Options Trading News

October 2, 2012  Tue 11:01 AM CT

A put spread tops the action in the iShares U.S. Real Estate Fund as it pulls back from a four-year high.

The IYR is up 0.52 percent $64.25 after trading above $68 on Sept. 14, its highest level since the same month in 2008. Shares were below $447 at a 52-week low a year ago.

A trader sold 3,420 January 54 puts for $0.30 against open interest of 6,286, so it could have been an opening or closing transaction. At the same time, the trader bought 3,420 June 60 puts for the ask price of $3.20 against open interest of 31 contracts, so that was a new opening position.

The overall strategy could be a roll, with the trader selling the nearer-term puts to close out the position and buying the longer-term contracts at a lower strike price. It could also be a new diagonal put spread, which would also be bearish outlook but would limit the potential downside exposure, at least until that first expiration. (See our Education section)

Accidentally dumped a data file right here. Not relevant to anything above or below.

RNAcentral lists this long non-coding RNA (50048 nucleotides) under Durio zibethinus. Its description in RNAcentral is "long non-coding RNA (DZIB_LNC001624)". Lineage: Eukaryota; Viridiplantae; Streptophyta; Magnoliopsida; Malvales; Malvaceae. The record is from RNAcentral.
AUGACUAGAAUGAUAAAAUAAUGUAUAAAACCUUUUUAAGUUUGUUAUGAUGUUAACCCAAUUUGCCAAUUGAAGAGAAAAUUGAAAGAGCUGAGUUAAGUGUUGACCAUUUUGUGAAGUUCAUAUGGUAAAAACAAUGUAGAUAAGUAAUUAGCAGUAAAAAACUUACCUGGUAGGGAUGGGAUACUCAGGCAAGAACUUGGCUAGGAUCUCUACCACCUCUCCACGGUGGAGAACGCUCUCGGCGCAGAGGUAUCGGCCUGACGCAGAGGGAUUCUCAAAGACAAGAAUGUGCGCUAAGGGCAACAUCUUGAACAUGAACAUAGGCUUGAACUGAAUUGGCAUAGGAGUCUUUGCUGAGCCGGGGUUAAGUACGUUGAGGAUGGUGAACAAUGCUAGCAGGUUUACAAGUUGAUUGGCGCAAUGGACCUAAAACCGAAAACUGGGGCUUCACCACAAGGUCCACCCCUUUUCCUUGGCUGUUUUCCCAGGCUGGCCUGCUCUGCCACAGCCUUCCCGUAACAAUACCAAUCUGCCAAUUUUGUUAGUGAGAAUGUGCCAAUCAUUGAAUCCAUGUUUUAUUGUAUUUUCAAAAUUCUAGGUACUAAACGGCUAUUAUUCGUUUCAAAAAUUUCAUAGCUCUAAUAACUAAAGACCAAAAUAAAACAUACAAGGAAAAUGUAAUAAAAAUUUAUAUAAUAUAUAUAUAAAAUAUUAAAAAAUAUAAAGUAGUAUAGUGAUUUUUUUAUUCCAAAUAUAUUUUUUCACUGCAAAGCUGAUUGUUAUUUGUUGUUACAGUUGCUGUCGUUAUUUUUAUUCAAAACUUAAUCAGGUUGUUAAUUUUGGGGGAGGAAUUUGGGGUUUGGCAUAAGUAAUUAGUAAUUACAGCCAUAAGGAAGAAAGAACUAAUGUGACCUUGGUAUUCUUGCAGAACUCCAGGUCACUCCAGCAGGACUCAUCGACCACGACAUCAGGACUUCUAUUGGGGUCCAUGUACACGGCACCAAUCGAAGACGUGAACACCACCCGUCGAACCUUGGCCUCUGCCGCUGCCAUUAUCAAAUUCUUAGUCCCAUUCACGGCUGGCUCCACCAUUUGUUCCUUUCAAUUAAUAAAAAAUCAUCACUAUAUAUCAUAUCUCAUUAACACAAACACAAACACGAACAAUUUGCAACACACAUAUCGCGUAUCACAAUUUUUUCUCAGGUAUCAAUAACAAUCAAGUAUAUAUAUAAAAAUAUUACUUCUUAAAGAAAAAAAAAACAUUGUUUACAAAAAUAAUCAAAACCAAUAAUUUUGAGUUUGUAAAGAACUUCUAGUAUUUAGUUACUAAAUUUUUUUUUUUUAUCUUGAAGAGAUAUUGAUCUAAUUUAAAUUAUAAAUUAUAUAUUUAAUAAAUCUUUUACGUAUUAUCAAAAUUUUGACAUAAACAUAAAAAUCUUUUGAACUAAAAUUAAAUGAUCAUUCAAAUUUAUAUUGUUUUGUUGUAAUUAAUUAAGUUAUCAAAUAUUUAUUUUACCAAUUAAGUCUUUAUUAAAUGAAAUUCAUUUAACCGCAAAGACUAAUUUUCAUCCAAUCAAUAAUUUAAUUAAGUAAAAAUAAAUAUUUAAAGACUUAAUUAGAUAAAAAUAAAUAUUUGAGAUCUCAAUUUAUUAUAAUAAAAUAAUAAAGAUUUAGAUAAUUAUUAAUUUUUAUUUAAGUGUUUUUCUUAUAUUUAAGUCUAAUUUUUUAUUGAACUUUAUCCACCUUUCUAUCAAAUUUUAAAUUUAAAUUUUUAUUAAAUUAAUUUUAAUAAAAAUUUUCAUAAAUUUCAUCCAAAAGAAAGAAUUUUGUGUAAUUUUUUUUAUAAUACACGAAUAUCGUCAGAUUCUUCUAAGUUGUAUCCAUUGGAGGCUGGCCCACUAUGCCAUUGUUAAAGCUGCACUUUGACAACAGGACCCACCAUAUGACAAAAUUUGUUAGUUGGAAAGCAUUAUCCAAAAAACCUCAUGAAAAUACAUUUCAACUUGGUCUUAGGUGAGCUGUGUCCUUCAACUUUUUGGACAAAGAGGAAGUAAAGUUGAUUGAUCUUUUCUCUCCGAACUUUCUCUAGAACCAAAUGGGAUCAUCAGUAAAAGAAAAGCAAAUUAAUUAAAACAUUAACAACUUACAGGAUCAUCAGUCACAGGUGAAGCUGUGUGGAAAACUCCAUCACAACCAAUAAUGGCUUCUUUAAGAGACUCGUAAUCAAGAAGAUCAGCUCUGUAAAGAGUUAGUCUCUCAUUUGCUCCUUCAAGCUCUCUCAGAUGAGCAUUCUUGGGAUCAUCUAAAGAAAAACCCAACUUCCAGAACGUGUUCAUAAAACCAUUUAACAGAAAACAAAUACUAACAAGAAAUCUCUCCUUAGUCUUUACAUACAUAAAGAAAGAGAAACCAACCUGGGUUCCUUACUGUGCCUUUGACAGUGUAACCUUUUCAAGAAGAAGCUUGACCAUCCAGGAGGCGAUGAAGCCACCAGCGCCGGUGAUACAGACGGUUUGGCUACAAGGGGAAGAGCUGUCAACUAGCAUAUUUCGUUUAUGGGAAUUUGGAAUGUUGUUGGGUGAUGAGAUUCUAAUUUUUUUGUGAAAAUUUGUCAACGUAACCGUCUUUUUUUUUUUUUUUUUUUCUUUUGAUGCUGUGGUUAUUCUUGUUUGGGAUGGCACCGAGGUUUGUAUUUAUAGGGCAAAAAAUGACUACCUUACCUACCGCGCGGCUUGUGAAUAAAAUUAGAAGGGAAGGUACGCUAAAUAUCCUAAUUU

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As I stated in last week's article, a break out or a break down needs to have a couple things happen before it is considered a confirmed break out or break down. The only problem is that in today's market where things move much more quicker than they did just a few years ago, two days could wind up being the majority of the expected movement, if not the whole movement.

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